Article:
Arm and hand pain are common issues largely due to our constant use of these limbs in our daily lives. Be it typing on a keyboard, swiping on a tablet, construction work, or any other activities, your hands and arms are continuously engaged, enabling you to live life to its fullest.
Over time, the joints in your hands can bear the brunt of this constant wear and tear, or you might experience an accidental injury to your hand or arm. Interestingly, it's not uncommon for the hand, wrist, and arm to have multiple issues or pain points simultaneously.
Numerous conditions commonly contribute to arm and hand pain, including:
● Thumb pain, which could be due to tendinitis, Dequervain's syndrome, arthritis, etc.
● Tendonitis of the wrist and/or small hand muscles.
● Trigger finger.
● Tennis elbow (lateral epicondylitis).
● Golfer's elbow (medial epicondylitis).
● Rheumatoid arthritis.
● Carpal tunnel syndrome.
● Dupuytren's contracture.
● Ganglion cysts.
Furthermore, conditions like fibromyalgia, known for causing widespread musculoskeletal pain, or trapped nerves in your neck can also manifest as arm and hand pain.
How are arm and hand pain treated?
Successful treatment of arm and hand pain is rooted first in Dr. Abraham's ability to pinpoint the specific injuries causing your condition. Over the years, he has honed a meticulous and detailed examination process that effectively detects the most significant issues afflicting the arms and hands.
If your arm or hand pain stems from an issue in your neck or spine, Dr. Abraham can employ manual manipulation techniques to correct any misalignment. Additionally, he is highly skilled in treating fascia, the essential layers of tissue beneath the skin or surrounding muscles. This relatively new method involves massaging the painful areas of your arm to alleviate tension in the fascial tissues located under your skin.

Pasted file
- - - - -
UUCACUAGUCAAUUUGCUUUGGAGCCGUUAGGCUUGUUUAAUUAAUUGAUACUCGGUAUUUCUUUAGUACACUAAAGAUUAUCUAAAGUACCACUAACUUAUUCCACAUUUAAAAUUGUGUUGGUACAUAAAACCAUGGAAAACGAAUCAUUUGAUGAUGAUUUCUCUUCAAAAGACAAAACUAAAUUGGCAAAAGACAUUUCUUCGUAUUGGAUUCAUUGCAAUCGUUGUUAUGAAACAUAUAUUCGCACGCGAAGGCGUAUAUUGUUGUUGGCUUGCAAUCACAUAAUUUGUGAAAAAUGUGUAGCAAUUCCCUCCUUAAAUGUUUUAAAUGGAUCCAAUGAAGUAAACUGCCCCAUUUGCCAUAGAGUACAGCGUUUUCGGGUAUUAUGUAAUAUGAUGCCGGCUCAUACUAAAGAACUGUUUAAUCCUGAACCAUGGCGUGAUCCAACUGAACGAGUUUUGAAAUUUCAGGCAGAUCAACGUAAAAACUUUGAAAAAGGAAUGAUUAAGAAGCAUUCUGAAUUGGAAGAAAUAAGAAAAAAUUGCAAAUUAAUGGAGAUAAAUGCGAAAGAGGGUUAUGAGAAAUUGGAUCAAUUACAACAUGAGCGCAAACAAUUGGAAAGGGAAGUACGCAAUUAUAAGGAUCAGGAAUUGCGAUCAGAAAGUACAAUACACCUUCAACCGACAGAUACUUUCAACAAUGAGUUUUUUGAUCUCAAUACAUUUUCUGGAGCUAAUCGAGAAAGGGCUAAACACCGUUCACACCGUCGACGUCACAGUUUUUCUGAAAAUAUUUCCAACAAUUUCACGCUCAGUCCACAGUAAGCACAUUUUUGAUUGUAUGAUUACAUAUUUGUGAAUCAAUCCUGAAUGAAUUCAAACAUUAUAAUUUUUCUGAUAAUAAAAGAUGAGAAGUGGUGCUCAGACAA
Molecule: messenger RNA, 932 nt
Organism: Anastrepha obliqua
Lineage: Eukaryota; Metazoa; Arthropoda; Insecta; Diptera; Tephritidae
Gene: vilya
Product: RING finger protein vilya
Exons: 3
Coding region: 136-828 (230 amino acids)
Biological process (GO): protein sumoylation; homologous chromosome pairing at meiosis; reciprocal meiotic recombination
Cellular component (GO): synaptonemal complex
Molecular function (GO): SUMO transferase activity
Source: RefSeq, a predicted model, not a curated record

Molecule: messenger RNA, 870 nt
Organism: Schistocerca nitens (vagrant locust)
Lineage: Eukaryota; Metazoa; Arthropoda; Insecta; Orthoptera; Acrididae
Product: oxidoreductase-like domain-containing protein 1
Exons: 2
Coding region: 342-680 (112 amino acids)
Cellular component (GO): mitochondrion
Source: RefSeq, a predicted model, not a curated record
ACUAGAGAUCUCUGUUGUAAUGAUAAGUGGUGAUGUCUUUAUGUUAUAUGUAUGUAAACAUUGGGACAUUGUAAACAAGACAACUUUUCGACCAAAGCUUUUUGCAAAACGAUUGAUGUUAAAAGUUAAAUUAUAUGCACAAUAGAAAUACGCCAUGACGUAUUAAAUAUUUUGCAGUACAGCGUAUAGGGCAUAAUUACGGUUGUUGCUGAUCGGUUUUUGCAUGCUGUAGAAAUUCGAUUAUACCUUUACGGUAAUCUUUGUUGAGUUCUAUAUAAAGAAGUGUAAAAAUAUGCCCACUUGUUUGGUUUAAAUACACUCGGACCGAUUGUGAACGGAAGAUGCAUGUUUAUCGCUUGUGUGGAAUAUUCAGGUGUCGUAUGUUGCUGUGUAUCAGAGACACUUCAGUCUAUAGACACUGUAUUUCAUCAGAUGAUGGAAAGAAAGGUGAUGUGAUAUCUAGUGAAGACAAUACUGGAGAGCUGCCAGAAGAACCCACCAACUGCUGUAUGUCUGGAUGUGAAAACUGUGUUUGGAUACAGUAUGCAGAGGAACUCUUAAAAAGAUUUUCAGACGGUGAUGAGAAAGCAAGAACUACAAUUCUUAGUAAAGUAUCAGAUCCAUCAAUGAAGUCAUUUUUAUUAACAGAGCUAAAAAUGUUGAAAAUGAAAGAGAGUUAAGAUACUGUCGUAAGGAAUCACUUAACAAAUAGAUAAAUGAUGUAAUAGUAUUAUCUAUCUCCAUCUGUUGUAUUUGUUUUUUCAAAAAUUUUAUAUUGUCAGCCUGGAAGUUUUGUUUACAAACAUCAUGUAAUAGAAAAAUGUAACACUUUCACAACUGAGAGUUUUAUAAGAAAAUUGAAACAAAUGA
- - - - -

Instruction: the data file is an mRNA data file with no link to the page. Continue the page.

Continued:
Physical therapy can play a crucial role in alleviating arm and hand pain. Dr. Abraham collaborates closely with reputable physical therapists to guarantee you receive the appropriate treatment. This approach helps you build strength in the injured tissues and surrounding structures, promoting effective recovery.
During prolotherapy, Dr. Abraham injects a dextrose or glucose solution mixed with a local anesthetic into the affected tissues of your body. Traditional prolotherapy encourages the growth of cells that can repair injured tissue, while Perineural Subcutaneous Injections (PIT) can help alleviate nerve pain.
For those patients who prefer not to receive injections, Dr. Abraham can also offer comparable outcomes using Direct Neural Treatment, a form of nerve massage, and fascial massage.
To explore more about efficient treatment options for arm and hand pain, don't hesitate to reach out to Dr. Irwin Abraham. You can call us today to schedule an appointment.
When considering an appointment as a new patient, please call to speak directly with Dr. Abraham.